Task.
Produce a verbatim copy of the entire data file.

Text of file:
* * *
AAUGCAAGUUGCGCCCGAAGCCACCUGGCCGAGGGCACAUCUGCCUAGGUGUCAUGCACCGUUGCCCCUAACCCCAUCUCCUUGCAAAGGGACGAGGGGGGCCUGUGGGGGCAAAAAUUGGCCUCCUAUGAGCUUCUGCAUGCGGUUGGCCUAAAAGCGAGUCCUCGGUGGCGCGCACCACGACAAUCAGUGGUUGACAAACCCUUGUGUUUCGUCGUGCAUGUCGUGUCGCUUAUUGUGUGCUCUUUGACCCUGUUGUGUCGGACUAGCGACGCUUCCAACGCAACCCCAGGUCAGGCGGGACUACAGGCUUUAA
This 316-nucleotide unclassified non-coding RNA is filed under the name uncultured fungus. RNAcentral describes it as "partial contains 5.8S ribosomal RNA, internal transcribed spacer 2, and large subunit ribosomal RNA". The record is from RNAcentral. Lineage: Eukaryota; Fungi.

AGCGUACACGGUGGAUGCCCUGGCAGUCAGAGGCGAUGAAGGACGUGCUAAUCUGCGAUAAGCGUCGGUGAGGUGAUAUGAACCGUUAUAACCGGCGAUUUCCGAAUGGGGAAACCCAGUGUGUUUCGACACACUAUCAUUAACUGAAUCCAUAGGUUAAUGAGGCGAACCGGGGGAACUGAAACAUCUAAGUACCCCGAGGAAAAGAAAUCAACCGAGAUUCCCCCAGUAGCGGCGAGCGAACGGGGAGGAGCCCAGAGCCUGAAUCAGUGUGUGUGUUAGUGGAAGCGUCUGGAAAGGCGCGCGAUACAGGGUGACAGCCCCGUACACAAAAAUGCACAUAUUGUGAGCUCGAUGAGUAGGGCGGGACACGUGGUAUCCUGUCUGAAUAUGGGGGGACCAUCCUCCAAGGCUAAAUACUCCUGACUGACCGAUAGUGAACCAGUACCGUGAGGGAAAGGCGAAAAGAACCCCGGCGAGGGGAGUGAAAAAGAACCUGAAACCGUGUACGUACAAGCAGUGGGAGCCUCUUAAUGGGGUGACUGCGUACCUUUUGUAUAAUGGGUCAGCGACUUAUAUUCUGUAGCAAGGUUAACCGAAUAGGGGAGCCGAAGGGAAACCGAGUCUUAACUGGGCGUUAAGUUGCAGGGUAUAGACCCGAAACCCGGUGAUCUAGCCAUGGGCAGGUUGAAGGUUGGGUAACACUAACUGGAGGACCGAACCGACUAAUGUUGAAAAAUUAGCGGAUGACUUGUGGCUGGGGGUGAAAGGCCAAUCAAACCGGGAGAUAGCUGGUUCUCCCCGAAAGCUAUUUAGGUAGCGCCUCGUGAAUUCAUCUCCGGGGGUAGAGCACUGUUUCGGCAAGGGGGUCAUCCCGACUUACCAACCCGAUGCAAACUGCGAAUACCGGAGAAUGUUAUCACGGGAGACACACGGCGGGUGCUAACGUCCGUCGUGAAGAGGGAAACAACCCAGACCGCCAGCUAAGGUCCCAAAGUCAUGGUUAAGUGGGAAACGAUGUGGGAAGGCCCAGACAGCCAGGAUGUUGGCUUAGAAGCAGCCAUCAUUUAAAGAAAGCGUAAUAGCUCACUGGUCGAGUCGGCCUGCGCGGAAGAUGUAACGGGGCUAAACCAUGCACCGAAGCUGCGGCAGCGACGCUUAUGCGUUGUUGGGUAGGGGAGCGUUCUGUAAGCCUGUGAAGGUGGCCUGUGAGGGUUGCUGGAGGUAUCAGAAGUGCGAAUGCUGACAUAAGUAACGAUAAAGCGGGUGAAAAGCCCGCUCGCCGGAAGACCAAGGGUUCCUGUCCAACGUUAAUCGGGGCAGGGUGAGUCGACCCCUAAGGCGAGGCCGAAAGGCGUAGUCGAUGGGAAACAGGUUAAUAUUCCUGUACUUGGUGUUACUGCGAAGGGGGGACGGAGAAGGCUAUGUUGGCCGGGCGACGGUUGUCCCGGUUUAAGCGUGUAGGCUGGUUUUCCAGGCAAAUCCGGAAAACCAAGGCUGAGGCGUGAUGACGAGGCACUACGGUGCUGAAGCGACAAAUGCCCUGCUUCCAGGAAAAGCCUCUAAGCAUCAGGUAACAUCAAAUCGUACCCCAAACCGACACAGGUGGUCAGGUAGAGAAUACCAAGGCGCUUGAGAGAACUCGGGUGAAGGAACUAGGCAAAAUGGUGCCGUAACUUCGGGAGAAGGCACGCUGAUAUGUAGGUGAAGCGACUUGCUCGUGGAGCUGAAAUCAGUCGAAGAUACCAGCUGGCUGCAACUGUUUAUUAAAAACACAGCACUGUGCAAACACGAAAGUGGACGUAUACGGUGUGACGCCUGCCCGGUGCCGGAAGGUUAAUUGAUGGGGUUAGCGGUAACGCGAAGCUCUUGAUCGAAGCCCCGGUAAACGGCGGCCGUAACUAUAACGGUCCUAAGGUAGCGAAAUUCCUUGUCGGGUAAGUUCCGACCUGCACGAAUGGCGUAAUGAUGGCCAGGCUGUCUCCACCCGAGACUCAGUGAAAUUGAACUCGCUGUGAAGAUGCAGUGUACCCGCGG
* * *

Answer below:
AAUGCAAGUUGCGCCCGAAGCCACCUGGCCGAGGGCACAUCUGCCUAGGUGUCAUGCACCGUUGCCCCUAACCCCAUCUCCUUGCAAAGGGACGAGGGGGGCCUGUGGGGGCAAAAAUUGGCCUCCUAUGAGCUUCUGCAUGCGGUUGGCCUAAAAGCGAGUCCUCGGUGGCGCGCACCACGACAAUCAGUGGUUGACAAACCCUUGUGUUUCGUCGUGCAUGUCGUGUCGCUUAUUGUGUGCUCUUUGACCCUGUUGUGUCGGACUAGCGACGCUUCCAACGCAACCCCAGGUCAGGCGGGACUACAGGCUUUAA
This 316-nucleotide unclassified non-coding RNA is filed under the name uncultured fungus. RNAcentral describes it as "partial contains 5.8S ribosomal RNA, internal transcribed spacer 2, and large subunit ribosomal RNA". The record is from RNAcentral. Lineage: Eukaryota; Fungi.

AGCGUACACGGUGGAUGCCCUGGCAGUCAGAGGCGAUGAAGGACGUGCUAAUCUGCGAUAAGCGUCGGUGAGGUGAUAUGAACCGUUAUAACCGGCGAUUUCCGAAUGGGGAAACCCAGUGUGUUUCGACACACUAUCAUUAACUGAAUCCAUAGGUUAAUGAGGCGAACCGGGGGAACUGAAACAUCUAAGUACCCCGAGGAAAAGAAAUCAACCGAGAUUCCCCCAGUAGCGGCGAGCGAACGGGGAGGAGCCCAGAGCCUGAAUCAGUGUGUGUGUUAGUGGAAGCGUCUGGAAAGGCGCGCGAUACAGGGUGACAGCCCCGUACACAAAAAUGCACAUAUUGUGAGCUCGAUGAGUAGGGCGGGACACGUGGUAUCCUGUCUGAAUAUGGGGGGACCAUCCUCCAAGGCUAAAUACUCCUGACUGACCGAUAGUGAACCAGUACCGUGAGGGAAAGGCGAAAAGAACCCCGGCGAGGGGAGUGAAAAAGAACCUGAAACCGUGUACGUACAAGCAGUGGGAGCCUCUUAAUGGGGUGACUGCGUACCUUUUGUAUAAUGGGUCAGCGACUUAUAUUCUGUAGCAAGGUUAACCGAAUAGGGGAGCCGAAGGGAAACCGAGUCUUAACUGGGCGUUAAGUUGCAGGGUAUAGACCCGAAACCCGGUGAUCUAGCCAUGGGCAGGUUGAAGGUUGGGUAACACUAACUGGAGGACCGAACCGACUAAUGUUGAAAAAUUAGCGGAUGACUUGUGGCUGGGGGUGAAAGGCCAAUCAAACCGGGAGAUAGCUGGUUCUCCCCGAAAGCUAUUUAGGUAGCGCCUCGUGAAUUCAUCUCCGGGGGUAGAGCACUGUUUCGGCAAGGGGGUCAUCCCGACUUACCAACCCGAUGCAAACUGCGAAUACCGGAGAAUGUUAUCACGGGAGACACACGGCGGGUGCUAACGUCCGUCGUGAAGAGGGAAACAACCCAGACCGCCAGCUAAGGUCCCAAAGUCAUGGUUAAGUGGGAAACGAUGUGGGAAGGCCCAGACAGCCAGGAUGUUGGCUUAGAAGCAGCCAUCAUUUAAAGAAAGCGUAAUAGCUCACUGGUCGAGUCGGCCUGCGCGGAAGAUGUAACGGGGCUAAACCAUGCACCGAAGCUGCGGCAGCGACGCUUAUGCGUUGUUGGGUAGGGGAGCGUUCUGUAAGCCUGUGAAGGUGGCCUGUGAGGGUUGCUGGAGGUAUCAGAAGUGCGAAUGCUGACAUAAGUAACGAUAAAGCGGGUGAAAAGCCCGCUCGCCGGAAGACCAAGGGUUCCUGUCCAACGUUAAUCGGGGCAGGGUGAGUCGACCCCUAAGGCGAGGCCGAAAGGCGUAGUCGAUGGGAAACAGGUUAAUAUUCCUGUACUUGGUGUUACUGCGAAGGGGGGACGGAGAAGGCUAUGUUGGCCGGGCGACGGUUGUCCCGGUUUAAGCGUGUAGGCUGGUUUUCCAGGCAAAUCCGGAAAACCAAGGCUGAGGCGUGAUGACGAGGCACUACGGUGCUGAAGCGACAAAUGCCCUGCUUCCAGGAAAAGCCUCUAAGCAUCAGGUAACAUCAAAUCGUACCCCAAACCGACACAGGUGGUCAGGUAGAGAAUACCAAGGCGCUUGAGAGAACUCGGGUGAAGGAACUAGGCAAAAUGGUGCCGUAACUUCGGGAGAAGGCACGCUGAUAUGUAGGUGAAGCGACUUGCUCGUGGAGCUGAAAUCAGUCGAAGAUACCAGCUGGCUGCAACUGUUUAUUAAAAACACAGCACUGUGCAAACACGAAAGUGGACGUAUACGGUGUGACGCCUGCCCGGUGCCGGAAGGUUAAUUGAUGGGGUUAGCGGUAACGCGAAGCUCUUGAUCGAAGCCCCGGUAAACGGCGGCCGUAACUAUAACGGUCCUAAGGUAGCGAAAUUCCUUGUCGGGUAAGUUCCGACCUGCACGAAUGGCGUAAUGAUGGCCAGGCUGUCUCCACCCGAGACUCAGUGAAAUUGAACUCGCUGUGAAGAUGCAGUGUACCCGCGG